Saturday, January 16, 2010

The culture of poverty, and those who need it

I saw this story referenced on a blog post yesterday:

Angry Haitians block roads with corpses: witness

PORT-AU-PRINCE (Reuters) - Angry Haitians set up roadblocks with corpses in Port-au-Prince to protest at the delay in emergency aid reaching them after a devastating earthquake, an eyewitness said,

Shaul Schwarz, a photographer for TIME magazine, said he saw at least two downtown roadblocks formed with bodies of earthquake victims and rocks.

"They are starting to block the roads with bodies, it's getting ugly out there, people are fed up with getting no help," he told Reuters.

The other blogger asked if it might not be more productive to clear the roads if the problem is aid not arriving fast enough.

That sentiment is echoed, only more strongly, by this comment on the Reuters site:
Makes perfect sense to me. Supplies are not being delivered fast enough, just block the roads?

This might some insight into the mindset of why haiti is such a properous and self sustaining nation.

We have conditioned them to stand with their hands out instead of being self sufficient(work).

Now the natives riot because we do not respond quickly enough with more handouts.

Then I heard Rush Limbaugh read this article in the New York Times by David Brooks and thought how well it dovetailed with the story about Haitians blocking the roads to protest the slow arrival of relief supplies.

The Underlying Tragedy

On Oct. 17, 1989, a major earthquake with a magnitude of 7.0 struck the Bay Area in Northern California. Sixty-three people were killed. This week, a major earthquake, also measuring a magnitude of 7.0, struck near Port-au-Prince, Haiti. The Red Cross estimates that between 45,000 and 50,000 people have died.

This is not a natural disaster story. This is a poverty story. It’s a story about poorly constructed buildings, bad infrastructure and terrible public services. On Thursday, President Obama told the people of Haiti: “You will not be forsaken; you will not be forgotten.” If he is going to remain faithful to that vow then he is going to have to use this tragedy as an occasion to rethink our approach to global poverty. He’s going to have to acknowledge a few difficult truths.

The first of those truths is that we don’t know how to use aid to reduce poverty. Over the past few decades, the world has spent trillions of dollars to generate growth in the developing world. The countries that have not received much aid, like China, have seen tremendous growth and tremendous poverty reductions. The countries that have received aid, like Haiti, have not.

In the recent anthology “What Works in Development?,” a group of economists try to sort out what we’ve learned. The picture is grim. There are no policy levers that consistently correlate to increased growth. There is nearly zero correlation between how a developing economy does one decade and how it does the next. There is no consistently proven way to reduce corruption. Even improving governing institutions doesn’t seem to produce the expected results.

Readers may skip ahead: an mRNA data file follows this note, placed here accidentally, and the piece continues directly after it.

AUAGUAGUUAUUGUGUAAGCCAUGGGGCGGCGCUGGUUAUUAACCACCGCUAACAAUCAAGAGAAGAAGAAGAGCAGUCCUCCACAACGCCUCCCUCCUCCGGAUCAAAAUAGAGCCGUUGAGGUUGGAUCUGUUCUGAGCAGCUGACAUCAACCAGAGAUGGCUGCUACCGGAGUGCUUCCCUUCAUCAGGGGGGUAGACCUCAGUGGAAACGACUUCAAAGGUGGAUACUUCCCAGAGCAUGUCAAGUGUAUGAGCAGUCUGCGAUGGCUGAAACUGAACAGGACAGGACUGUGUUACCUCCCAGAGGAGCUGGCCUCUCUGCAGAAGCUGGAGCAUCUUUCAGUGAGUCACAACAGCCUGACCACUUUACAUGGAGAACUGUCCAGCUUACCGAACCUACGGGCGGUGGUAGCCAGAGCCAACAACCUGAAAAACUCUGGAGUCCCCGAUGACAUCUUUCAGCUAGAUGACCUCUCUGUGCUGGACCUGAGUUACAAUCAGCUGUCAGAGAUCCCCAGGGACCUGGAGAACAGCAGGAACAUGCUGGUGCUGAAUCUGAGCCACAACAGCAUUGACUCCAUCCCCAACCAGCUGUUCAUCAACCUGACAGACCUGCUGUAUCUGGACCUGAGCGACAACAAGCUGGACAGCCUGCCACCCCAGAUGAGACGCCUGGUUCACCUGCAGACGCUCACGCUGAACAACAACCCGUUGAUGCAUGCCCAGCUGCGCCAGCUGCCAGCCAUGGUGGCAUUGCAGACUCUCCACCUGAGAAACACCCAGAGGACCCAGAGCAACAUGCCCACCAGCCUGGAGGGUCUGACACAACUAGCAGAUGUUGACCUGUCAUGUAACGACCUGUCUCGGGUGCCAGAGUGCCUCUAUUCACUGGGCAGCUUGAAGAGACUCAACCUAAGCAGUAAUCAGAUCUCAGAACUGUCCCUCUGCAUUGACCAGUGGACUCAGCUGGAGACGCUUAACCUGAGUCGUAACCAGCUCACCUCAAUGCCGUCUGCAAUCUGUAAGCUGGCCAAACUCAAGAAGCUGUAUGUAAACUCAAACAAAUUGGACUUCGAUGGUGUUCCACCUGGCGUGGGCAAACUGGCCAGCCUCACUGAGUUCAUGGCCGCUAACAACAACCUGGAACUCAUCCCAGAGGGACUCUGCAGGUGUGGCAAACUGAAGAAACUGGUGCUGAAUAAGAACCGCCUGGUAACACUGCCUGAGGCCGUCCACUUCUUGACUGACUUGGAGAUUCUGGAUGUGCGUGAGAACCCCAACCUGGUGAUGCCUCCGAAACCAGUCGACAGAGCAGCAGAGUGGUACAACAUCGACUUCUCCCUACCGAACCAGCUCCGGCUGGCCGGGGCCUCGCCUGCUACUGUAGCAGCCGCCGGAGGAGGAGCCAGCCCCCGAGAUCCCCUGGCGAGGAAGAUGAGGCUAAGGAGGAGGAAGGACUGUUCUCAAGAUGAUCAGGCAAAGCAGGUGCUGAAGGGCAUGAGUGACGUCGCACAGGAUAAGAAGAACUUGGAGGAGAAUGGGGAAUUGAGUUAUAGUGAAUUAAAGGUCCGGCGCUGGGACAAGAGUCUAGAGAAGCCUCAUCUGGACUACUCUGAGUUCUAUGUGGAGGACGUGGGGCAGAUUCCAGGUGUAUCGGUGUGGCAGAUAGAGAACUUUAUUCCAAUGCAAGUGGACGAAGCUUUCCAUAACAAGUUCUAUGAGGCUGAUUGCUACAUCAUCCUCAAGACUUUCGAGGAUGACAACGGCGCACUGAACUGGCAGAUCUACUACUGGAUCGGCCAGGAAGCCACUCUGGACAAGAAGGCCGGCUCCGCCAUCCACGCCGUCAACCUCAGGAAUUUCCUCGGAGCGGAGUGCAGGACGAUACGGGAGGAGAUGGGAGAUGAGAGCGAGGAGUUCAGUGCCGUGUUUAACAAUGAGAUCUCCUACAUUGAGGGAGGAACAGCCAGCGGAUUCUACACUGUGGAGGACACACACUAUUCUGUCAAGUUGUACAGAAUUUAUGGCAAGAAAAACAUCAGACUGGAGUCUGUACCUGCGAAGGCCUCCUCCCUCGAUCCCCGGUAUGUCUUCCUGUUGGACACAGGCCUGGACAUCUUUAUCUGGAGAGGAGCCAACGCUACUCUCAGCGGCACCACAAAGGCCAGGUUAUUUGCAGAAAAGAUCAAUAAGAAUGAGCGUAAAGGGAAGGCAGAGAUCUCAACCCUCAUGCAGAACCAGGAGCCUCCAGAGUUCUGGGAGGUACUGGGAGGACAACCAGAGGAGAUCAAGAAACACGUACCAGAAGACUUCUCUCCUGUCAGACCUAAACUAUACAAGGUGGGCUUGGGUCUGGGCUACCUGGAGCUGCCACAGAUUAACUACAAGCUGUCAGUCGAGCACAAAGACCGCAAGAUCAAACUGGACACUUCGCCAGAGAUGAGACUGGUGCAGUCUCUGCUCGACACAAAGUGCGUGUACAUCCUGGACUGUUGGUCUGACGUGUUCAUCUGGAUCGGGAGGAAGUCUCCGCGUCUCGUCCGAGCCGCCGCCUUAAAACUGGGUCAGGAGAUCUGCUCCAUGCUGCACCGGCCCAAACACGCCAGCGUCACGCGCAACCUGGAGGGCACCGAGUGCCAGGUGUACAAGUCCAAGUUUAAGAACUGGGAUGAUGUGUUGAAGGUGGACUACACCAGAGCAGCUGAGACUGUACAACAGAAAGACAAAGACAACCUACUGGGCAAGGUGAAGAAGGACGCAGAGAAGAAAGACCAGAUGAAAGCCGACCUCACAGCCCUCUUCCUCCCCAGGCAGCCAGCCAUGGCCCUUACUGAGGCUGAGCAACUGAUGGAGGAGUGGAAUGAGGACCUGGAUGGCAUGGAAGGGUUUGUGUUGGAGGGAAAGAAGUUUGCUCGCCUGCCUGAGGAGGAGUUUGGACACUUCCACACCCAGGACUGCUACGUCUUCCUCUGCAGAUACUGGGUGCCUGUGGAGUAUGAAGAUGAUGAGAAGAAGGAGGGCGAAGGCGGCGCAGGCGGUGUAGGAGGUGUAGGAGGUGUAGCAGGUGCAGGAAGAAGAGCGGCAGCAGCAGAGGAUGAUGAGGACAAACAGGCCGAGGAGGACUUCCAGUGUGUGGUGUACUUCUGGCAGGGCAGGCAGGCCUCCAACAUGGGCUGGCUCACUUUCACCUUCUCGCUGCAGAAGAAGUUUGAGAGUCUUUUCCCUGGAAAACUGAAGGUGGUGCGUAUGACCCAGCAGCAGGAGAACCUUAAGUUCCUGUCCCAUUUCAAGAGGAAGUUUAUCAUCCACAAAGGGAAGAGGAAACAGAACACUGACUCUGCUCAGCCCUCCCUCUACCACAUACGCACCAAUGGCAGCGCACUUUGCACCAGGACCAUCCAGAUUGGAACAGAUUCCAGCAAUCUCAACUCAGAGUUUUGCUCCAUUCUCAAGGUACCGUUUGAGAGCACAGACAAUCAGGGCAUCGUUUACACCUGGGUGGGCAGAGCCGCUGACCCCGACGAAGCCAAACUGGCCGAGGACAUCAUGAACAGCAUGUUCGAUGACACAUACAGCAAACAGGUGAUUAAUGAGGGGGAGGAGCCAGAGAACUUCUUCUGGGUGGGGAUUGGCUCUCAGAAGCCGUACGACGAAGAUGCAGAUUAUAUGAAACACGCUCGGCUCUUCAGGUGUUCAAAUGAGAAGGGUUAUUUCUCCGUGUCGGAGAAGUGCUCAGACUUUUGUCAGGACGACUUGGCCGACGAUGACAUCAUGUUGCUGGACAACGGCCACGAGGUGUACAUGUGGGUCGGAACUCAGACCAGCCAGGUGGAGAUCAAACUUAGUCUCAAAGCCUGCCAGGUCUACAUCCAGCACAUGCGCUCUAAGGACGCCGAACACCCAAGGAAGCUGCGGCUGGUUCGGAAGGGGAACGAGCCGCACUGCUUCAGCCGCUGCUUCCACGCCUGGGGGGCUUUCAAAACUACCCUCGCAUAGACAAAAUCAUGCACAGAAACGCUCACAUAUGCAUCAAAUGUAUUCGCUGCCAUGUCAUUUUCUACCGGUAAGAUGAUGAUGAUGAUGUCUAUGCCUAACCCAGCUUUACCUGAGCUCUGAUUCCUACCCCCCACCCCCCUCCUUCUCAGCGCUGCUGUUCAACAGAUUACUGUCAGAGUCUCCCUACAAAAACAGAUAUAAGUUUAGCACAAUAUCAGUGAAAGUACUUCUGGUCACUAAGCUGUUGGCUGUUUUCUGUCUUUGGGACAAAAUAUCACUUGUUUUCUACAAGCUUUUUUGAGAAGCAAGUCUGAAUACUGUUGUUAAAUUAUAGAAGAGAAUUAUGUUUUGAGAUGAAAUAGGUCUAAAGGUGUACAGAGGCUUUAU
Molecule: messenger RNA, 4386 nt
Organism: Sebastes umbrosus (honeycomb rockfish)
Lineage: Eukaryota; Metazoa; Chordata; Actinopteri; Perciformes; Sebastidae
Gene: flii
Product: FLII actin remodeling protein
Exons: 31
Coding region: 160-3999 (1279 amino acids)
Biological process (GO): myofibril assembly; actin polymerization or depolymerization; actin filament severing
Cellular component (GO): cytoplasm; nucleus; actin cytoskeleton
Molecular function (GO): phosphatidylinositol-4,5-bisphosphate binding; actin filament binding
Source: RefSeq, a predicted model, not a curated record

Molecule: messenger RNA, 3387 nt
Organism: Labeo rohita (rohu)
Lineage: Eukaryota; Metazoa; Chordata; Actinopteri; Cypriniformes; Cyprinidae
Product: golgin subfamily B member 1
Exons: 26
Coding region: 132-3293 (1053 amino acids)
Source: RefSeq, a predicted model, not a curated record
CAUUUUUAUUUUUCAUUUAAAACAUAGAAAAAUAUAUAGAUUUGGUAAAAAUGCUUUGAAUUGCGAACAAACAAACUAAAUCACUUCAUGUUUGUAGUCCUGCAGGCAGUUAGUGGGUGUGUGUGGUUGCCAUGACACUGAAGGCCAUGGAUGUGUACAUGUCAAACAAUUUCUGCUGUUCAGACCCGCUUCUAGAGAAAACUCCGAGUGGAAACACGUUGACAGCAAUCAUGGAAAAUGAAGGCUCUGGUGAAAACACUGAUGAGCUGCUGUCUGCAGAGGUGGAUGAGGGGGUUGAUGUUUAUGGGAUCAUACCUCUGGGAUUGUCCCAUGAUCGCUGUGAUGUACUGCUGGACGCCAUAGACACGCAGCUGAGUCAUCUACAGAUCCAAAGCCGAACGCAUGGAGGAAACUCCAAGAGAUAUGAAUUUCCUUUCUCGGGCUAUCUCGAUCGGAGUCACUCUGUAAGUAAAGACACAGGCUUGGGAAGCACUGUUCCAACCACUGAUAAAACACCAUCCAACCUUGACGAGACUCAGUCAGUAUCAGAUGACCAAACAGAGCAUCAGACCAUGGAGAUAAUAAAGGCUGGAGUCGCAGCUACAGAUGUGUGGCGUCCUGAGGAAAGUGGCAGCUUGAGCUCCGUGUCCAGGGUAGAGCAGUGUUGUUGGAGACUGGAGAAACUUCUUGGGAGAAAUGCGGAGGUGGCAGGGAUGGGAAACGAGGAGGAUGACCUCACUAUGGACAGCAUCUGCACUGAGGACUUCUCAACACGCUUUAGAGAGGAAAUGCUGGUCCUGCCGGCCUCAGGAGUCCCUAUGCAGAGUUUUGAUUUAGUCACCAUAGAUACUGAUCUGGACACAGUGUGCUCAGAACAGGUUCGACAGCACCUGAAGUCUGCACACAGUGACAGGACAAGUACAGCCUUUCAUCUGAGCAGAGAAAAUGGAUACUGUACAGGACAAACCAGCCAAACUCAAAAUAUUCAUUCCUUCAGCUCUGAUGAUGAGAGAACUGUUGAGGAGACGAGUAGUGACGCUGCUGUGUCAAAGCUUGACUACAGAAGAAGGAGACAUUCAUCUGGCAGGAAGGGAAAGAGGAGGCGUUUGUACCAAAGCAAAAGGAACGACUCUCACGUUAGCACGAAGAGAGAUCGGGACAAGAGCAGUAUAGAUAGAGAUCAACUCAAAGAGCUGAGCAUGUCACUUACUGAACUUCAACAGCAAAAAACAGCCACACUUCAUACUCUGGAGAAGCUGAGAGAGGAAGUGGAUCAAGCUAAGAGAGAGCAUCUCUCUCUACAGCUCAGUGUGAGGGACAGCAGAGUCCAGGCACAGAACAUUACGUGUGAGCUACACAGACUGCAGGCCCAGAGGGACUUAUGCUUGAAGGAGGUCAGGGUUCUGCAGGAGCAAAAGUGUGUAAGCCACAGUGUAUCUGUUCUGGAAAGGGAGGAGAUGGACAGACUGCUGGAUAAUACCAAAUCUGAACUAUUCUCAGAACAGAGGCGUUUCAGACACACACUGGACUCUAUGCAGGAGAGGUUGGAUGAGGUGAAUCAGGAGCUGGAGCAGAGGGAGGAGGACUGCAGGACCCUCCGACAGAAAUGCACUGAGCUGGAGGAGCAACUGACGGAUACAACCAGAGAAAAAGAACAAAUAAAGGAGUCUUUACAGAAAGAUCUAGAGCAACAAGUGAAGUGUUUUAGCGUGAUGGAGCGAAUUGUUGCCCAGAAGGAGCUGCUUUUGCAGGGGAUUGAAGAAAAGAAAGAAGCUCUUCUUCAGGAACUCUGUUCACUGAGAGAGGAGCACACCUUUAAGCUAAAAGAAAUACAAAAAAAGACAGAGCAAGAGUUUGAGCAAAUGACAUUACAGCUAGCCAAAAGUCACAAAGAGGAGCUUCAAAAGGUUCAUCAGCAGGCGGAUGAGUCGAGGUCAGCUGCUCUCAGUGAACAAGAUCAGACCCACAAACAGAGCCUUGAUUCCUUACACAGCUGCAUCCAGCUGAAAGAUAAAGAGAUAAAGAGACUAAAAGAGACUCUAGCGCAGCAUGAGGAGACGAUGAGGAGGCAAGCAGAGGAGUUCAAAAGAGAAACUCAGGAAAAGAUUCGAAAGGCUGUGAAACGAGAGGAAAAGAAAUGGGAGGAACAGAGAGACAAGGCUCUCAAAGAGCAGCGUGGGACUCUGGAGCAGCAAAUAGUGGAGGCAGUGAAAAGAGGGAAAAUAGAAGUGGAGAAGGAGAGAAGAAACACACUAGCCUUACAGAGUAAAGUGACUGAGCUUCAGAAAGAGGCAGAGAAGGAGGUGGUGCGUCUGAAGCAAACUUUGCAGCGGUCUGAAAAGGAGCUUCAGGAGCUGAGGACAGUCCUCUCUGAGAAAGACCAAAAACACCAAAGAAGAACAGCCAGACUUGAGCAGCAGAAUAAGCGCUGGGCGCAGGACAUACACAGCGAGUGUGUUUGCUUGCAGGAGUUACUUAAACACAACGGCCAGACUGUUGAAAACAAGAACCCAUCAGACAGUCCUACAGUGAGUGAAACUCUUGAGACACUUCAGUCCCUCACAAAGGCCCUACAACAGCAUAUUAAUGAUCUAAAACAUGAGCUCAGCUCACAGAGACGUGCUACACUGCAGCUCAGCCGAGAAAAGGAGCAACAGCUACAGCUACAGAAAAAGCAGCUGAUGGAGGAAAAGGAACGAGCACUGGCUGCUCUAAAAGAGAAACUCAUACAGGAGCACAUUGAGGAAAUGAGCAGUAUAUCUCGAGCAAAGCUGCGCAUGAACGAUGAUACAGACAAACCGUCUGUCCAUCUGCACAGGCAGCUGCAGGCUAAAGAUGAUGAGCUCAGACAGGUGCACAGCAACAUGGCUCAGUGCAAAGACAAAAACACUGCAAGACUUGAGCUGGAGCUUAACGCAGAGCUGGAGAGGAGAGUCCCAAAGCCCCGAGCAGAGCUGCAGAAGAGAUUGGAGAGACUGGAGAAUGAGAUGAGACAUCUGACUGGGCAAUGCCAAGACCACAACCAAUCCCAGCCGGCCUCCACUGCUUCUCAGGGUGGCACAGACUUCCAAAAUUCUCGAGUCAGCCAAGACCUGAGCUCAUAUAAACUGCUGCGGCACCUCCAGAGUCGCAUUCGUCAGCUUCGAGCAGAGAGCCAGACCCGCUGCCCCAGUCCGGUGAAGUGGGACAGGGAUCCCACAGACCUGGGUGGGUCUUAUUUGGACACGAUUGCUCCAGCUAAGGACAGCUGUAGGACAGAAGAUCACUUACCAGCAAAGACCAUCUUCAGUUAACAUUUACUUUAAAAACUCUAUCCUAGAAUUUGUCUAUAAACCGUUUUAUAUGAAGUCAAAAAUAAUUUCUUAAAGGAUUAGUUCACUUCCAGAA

The chastened tone of these essays is captured by the economist Abhijit Banerjee: “It is not clear to us that the best way to get growth is to do growth policy of any form. Perhaps making growth happen is ultimately beyond our control.”

The second hard truth is that micro-aid is vital but insufficient. Given the failures of macrodevelopment, aid organizations often focus on microprojects. More than 10,000 organizations perform missions of this sort in Haiti. By some estimates, Haiti has more nongovernmental organizations per capita than any other place on earth. They are doing the Lord’s work, especially these days, but even a blizzard of these efforts does not seem to add up to comprehensive change.

Third, it is time to put the thorny issue of culture at the center of efforts to tackle global poverty. Why is Haiti so poor? Well, it has a history of oppression, slavery and colonialism. But so does Barbados, and Barbados is doing pretty well. Haiti has endured ruthless dictators, corruption and foreign invasions. But so has the Dominican Republic, and the D.R. is in much better shape. Haiti and the Dominican Republic share the same island and the same basic environment, yet the border between the two societies offers one of the starkest contrasts on earth — with trees and progress on one side, and deforestation and poverty and early death on the other.

[The same is true for Israel and the Arab/Muslim nations which surround it. The "Green Line" got its name from the fact that on the Arab side of the border you have desert and on the Israeli side you have thriving agriculture. - LC]